Saturday 14 March 2015

Remastered Classic Berlioz: Symphonie Fantastique Classical CD Choice Review



"The 4.0 channel quadraphonic recording is quite miraculous in the way it captures the reverberant ambience of Symphony Hall, Boston while managing to retain instrumental clarity even when the incisiveness brass and percussion are playing at full tilt."

We are happy to present the review of recently remaster and re-released 'Berlioz-Symphonie Fantastique' original Deutsche Gramophon recording from the 70's  with conductor Seiji Ozawa and Boston Symphony Orchestra. The review is posted on Classical CD Choice UK by Graham Williams.

PENTATONE's remarkable re-masterings of quadraphonic tapes from the 1970s in their RQR series breathed new life into many recordings that over the subsequent decades have achieved classic status, so this latest issue – one of a series of releases from the Deutsche Grammophon catalogue – is most welcome.

The performance of the Berlioz Symphonie Fantastique on this hybrid multi-channel SACD was taped at Boston Symphony Hall in February 1973 shortly after Seiji Ozawa had begun his tenure as Musical Director with the orchestra (one that lasted for a remarkable 29 years) and led to a number of outstanding recordings during this period.

The opening of 'Rêverie, Passions' is finely moulded and Ozawa brings terrific urgency and excitement to the central section of this movement (marked Allegro agitato ed appassionato assai).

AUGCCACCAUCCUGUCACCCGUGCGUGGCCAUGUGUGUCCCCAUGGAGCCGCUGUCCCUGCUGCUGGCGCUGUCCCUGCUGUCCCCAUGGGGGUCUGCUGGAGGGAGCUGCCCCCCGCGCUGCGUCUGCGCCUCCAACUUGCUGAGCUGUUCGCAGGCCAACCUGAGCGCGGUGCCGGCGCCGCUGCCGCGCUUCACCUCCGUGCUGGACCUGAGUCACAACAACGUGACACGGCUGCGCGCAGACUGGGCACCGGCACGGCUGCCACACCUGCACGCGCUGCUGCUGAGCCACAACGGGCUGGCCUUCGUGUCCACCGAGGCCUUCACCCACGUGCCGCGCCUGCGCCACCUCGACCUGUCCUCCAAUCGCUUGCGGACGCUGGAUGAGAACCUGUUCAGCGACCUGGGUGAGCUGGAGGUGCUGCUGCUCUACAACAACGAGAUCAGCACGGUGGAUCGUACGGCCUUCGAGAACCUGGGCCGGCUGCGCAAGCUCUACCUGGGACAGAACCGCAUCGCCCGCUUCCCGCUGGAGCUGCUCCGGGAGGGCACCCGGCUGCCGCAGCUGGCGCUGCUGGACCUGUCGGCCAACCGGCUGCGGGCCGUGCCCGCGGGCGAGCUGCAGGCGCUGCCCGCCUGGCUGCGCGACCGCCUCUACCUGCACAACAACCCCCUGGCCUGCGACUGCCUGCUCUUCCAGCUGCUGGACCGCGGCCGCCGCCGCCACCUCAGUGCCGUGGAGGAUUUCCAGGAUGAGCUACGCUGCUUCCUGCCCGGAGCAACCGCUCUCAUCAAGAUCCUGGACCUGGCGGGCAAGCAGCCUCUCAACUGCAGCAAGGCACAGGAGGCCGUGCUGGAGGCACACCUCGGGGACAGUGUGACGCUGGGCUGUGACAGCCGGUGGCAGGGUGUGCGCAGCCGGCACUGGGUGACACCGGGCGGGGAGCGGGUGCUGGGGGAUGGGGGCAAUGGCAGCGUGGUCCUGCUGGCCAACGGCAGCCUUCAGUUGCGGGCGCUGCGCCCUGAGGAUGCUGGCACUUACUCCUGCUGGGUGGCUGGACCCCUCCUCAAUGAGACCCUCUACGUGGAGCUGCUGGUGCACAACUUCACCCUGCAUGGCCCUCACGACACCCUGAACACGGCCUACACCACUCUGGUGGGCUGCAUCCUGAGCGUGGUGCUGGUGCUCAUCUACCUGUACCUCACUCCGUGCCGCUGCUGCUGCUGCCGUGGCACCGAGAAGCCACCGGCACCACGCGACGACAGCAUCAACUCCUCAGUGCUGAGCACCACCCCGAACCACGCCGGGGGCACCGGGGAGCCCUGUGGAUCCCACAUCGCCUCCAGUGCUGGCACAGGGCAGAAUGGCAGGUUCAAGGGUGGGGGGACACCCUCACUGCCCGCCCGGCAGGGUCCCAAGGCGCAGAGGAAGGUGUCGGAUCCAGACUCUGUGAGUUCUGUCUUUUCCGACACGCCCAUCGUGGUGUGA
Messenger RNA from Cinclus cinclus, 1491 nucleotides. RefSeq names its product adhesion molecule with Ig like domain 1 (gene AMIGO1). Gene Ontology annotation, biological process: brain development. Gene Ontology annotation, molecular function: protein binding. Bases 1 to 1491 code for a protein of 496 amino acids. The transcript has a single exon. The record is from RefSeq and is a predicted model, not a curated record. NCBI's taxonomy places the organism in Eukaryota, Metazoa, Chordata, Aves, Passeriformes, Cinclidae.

After a beautifully poised waltz ('Un bal'), the slow movement, which in some hands can drag, is light and flowing thanks to the marvellously expressive string playing; though some may baulk at Ozawa's tendency to accelerate as the work progresses. The 'Marche au supplice' is very fast and almost jaunty whilst the final 'Songe d'une nuit du Sabbat' is a thrilling white-knuckle ride thanks to the crispness of attack and virtuoso playing of the orchestra. 

There is, however, one important caveat; Ozawa omits the exposition repeat in the work's opening movement as well as that in the 'Marche au Supplice' (something that was more common in performances of the work in those days than it is today). This shortens what is already a fleet performance of the work to 47'14” seconds which is short measure for a full price issue. Though Ozawa's recording in no way supplants that by Sir Colin Davis and the Concertgebouw Orchestra (also on the PENTATONE label Berlioz: Symphonie Fantastique - Davis), it is nevertheless well worth hearing and can be recommended for both the elegance and suppleness of Ozawa's performance and especially the magnificent playing of the Boston Symphony Orchestra, a body often deservedly described as 'The Aristocrat of Orchestras'.

The 4.0 channel quadraphonic recording is quite miraculous in the way it captures the reverberant ambience of Symphony Hall, Boston while managing to retain instrumental clarity even when the incisiveness brass and percussion are playing at full tilt.

 

Graham Williams